Friday 8 March 2024

Cask vs Keg Ordinary Bitter in 1976

Just a short numbery post today. One I wrote a couple of weeks ago to cover now, when I'm in Brazil. Having fun, I hope.

Lots of numbers and not much analysis. Just a quick comparison of typical cask and keg Ordinary Bitters.

What you're seeing here is keg beer move into the mainstream. The beers here aren't the first generation of specifically keg beers. Which were mostly Best Bitters. Or, at least, claiming to be. Some of the beers here, such as Tetley, are just a brewery-conditioned version of their cask Bitter.

That might explain why there's so little difference in price between the two. On average, about half a p. Not much at all, really.

Enough burbling on for today. I've important trip preparations to get on with. 

Cask Ordinary Bitter in 1976
Brewer Beer Price per pint (p) º gravity per p OG
Hardy & Hanson Best Bitter 20 1.95 1039
Banks Bitter 22 1.77 1039
Charles Wells Draught IPA 23 1.57 1036
Tetley Bitter 23 1.54 1035.5
Wem Best Bitter 24 1.54 1037
Burtonwood Best Bitter 23 1.52 1035
Jennings Best Bitter 23 1.52 1035
Whitbread (Fremlins) Trophy 25 1.46 1036.5
  Average 22.9 1.61 1036.6
Sunday Mirror - Sunday 01 August 1976, page 17.

Keg Ordinary Bitter in 1976
Brewer Beer Price º gravity per p OG
Fullers Bitter 21 1.67 1035
Matthew Brown Heritage 24 1.63 1039
Border Bitter 22 1.59 1035
Courage (Reading) Tavern 24 1.58 1038
Tetley Drum Bitter 23 1.54 1035.5
St. Austell Extra 24 1.54 1037
Whitbread (London) Trophy 24 1.48 1035.5
Alloa Diamond Heavy 25 1.45 1036.2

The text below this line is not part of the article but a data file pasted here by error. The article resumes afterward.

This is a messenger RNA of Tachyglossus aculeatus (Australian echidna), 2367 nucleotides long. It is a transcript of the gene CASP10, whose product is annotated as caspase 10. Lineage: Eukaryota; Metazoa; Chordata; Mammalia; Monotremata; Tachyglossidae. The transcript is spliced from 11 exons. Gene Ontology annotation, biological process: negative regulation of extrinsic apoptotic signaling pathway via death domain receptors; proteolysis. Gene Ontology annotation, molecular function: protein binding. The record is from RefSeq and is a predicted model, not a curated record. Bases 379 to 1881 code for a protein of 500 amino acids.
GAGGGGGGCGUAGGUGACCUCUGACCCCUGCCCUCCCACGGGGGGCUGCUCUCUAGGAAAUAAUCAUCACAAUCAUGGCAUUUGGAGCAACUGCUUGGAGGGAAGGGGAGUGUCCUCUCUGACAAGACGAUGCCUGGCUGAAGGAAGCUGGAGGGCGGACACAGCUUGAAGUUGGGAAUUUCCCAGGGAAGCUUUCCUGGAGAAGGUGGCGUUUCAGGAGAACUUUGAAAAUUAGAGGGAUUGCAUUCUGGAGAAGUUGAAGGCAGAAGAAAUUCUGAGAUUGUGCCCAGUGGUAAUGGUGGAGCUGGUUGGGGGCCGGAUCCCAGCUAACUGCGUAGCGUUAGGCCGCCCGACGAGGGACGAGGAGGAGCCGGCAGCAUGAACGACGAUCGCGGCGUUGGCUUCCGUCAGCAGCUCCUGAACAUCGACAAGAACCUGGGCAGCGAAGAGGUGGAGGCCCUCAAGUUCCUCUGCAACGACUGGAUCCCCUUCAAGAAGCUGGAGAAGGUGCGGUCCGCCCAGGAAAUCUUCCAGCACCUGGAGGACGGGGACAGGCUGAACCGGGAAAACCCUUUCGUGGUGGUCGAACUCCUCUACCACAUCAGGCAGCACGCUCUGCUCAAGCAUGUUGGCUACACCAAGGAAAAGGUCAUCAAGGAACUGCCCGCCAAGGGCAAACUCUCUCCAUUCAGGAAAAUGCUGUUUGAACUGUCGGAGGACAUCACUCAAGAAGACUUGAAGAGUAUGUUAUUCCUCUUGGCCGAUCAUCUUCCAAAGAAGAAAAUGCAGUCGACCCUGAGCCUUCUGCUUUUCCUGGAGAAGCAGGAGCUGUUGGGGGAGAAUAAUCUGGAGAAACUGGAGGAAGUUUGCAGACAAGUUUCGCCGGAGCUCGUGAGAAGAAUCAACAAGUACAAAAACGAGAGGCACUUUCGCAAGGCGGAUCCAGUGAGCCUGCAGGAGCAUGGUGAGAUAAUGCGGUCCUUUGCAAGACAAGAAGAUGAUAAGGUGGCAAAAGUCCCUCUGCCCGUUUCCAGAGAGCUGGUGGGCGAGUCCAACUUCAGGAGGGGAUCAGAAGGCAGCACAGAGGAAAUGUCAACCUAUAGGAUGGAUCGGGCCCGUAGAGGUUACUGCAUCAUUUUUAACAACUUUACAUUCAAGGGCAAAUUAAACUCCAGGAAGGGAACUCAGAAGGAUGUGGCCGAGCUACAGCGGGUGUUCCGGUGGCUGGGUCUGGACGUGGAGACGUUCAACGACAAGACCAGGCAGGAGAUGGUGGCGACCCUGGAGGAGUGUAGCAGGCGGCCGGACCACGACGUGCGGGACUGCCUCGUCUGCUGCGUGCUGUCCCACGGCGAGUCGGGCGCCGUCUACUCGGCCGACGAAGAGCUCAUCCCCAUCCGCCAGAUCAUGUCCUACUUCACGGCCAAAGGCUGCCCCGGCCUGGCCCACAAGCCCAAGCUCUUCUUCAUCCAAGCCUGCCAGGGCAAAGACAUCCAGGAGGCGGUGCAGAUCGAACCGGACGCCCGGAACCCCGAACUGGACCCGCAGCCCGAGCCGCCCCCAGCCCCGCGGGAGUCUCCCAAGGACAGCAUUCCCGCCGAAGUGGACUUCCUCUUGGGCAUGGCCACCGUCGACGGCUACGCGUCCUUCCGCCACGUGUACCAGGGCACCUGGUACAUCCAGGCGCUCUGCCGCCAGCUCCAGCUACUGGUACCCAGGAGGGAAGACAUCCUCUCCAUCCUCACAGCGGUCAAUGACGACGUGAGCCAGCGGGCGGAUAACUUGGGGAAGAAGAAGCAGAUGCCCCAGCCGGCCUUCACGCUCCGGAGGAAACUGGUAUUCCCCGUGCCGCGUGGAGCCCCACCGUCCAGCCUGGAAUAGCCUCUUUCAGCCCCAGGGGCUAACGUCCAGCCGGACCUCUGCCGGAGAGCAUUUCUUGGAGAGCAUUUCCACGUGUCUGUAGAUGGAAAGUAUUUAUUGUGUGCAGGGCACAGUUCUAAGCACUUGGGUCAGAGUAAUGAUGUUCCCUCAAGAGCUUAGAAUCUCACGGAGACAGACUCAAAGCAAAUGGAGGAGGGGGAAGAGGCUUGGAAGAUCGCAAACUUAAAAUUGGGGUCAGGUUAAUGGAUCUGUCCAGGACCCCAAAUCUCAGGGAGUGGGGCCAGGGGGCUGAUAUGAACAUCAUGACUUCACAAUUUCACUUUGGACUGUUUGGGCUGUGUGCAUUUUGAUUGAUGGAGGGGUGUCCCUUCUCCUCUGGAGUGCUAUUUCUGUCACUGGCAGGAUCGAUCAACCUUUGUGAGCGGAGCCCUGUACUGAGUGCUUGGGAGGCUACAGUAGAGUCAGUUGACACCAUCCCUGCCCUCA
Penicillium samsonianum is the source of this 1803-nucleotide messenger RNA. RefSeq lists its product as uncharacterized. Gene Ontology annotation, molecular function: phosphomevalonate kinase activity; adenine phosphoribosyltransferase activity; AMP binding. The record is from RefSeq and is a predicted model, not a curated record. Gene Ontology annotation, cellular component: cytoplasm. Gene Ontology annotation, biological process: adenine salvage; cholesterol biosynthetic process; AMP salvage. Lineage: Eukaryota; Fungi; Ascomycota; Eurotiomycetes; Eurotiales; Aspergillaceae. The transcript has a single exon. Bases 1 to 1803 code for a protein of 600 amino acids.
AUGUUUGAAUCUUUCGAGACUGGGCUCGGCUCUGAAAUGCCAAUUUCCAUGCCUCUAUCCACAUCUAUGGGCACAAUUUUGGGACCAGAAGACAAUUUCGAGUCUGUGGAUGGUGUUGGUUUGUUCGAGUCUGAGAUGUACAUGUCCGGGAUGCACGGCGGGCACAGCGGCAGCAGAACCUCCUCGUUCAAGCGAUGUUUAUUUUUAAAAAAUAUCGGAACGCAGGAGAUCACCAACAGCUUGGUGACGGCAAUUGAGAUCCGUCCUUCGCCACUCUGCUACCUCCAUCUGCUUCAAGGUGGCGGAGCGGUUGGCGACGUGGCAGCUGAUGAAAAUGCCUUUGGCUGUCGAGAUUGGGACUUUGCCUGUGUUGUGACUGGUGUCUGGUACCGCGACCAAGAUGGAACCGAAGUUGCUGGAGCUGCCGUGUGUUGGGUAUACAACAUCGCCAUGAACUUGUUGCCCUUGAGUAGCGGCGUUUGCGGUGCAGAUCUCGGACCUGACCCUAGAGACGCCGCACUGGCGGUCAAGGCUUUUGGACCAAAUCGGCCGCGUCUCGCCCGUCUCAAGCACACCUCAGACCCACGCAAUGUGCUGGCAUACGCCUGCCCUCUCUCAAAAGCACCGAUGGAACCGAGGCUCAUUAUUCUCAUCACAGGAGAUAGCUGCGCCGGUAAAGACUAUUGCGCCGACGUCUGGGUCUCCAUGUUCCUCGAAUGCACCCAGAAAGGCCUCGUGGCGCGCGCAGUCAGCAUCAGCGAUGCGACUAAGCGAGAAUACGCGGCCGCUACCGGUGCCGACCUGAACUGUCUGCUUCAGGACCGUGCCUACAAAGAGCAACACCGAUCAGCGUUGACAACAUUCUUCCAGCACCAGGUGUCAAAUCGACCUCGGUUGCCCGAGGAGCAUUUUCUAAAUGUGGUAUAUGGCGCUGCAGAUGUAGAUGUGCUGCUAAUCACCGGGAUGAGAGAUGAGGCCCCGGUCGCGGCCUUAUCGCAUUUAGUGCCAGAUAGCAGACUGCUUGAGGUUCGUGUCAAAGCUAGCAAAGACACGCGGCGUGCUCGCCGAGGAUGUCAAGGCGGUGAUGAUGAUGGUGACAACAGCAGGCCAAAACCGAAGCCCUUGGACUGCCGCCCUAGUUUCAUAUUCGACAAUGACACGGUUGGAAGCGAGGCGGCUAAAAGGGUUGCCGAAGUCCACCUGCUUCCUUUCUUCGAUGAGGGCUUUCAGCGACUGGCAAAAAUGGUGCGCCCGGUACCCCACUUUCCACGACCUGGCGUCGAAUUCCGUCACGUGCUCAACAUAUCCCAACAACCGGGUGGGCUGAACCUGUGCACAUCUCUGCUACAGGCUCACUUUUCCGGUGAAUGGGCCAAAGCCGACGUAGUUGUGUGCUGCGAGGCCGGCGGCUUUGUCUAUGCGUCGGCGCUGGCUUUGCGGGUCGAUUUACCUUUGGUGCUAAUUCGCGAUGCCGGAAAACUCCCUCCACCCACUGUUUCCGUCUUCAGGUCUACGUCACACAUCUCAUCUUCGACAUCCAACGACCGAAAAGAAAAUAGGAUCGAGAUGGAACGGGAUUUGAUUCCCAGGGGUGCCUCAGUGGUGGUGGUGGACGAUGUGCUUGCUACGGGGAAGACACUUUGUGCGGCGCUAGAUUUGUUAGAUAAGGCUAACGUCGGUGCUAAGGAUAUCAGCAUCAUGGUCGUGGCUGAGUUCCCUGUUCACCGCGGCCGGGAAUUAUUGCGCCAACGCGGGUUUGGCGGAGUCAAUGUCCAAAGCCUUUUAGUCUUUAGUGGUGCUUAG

Average 23.4 1.56 1036.4
Sunday Mirror - Sunday 01 August 1976, page 17.


Matt said...

When I started drinking in pubs as a teenager in the late eighties, I pretty much indiscriminately ordered bitter and it wasn't so much the conditioning and serving method that determined the price as where you were and who had brewed the beer in your glass, so the keg Greenall Whitley in the Labour club was around 70p a pint, the cask in the basic Holt's boozer 80p and the keg Trophy in the slightly more upmarket Whitbread house 90p.

Anonymous said...

So like digital watches vs analogue mechanical watches the price difference was nearly on par by then.

Anonymous said...

When I see the amount of cask beer being wasted (pulled through first thing and discarded , not sold before deterioration, some beer remaining in an " empty" cask ) i am at a loss to understand why keg cost more in the pub.

Anonymous said...

Same here Matt - as a 16 year old in '87 I'd be able to drink bitter locally but switched to mild in town as it was the same price. I wonder if any 16 year olds are drinking mild on a night out these days? Or even if they go on nights out?

Ron Pattinson said...


easy: because people were prepared to pay more for what was marketed as a premium product.

Chris Pickles said...

Back in the years 1971 to 1974, when I was a student in Durham the nearest pub to our digs was a Whitbread pub, the Dun Cow, and the nearest pub to our college (the Castle) was another Whitbread pub whose name escapes me. Anyway Most of our out of college bar drinking took place in Whitbread pubs.

So the choice was Trophy or Tankard (aka Titbread Wankard). I liked Trophy. I didn't know then that it came from the former Nimmo's brewery at Castle Eden, and was still brewed to the same recipe. Neither do I know if it was cask, tank or keg. But any which way it was a far superior product to Tankard.

I had had the advantage of reading the famous Sunday Mirror survey of beer strengths and prices, and thus knew that with the big breweries, the more expensive beers were unlikely to be the better ones. But some of my friends took the view that Tankard was the more expensive, and therefore must be the best, and they were able to convince themselves that Tankard tasted better. Well there's no accounting for taste and maybe they did like it better.

Incidentally lager was available to be drunk, but we rarely bothered with it. Most of us had been abroad and knew that the GB version was rubbish.

Anonymous said...

Given the clamp down on underage drinking I say unlikely. Would not discount the possibility of young men drinking mild. I know of a fella my age whose tipple is Smithwicks and my regular tipple is Sullivans red.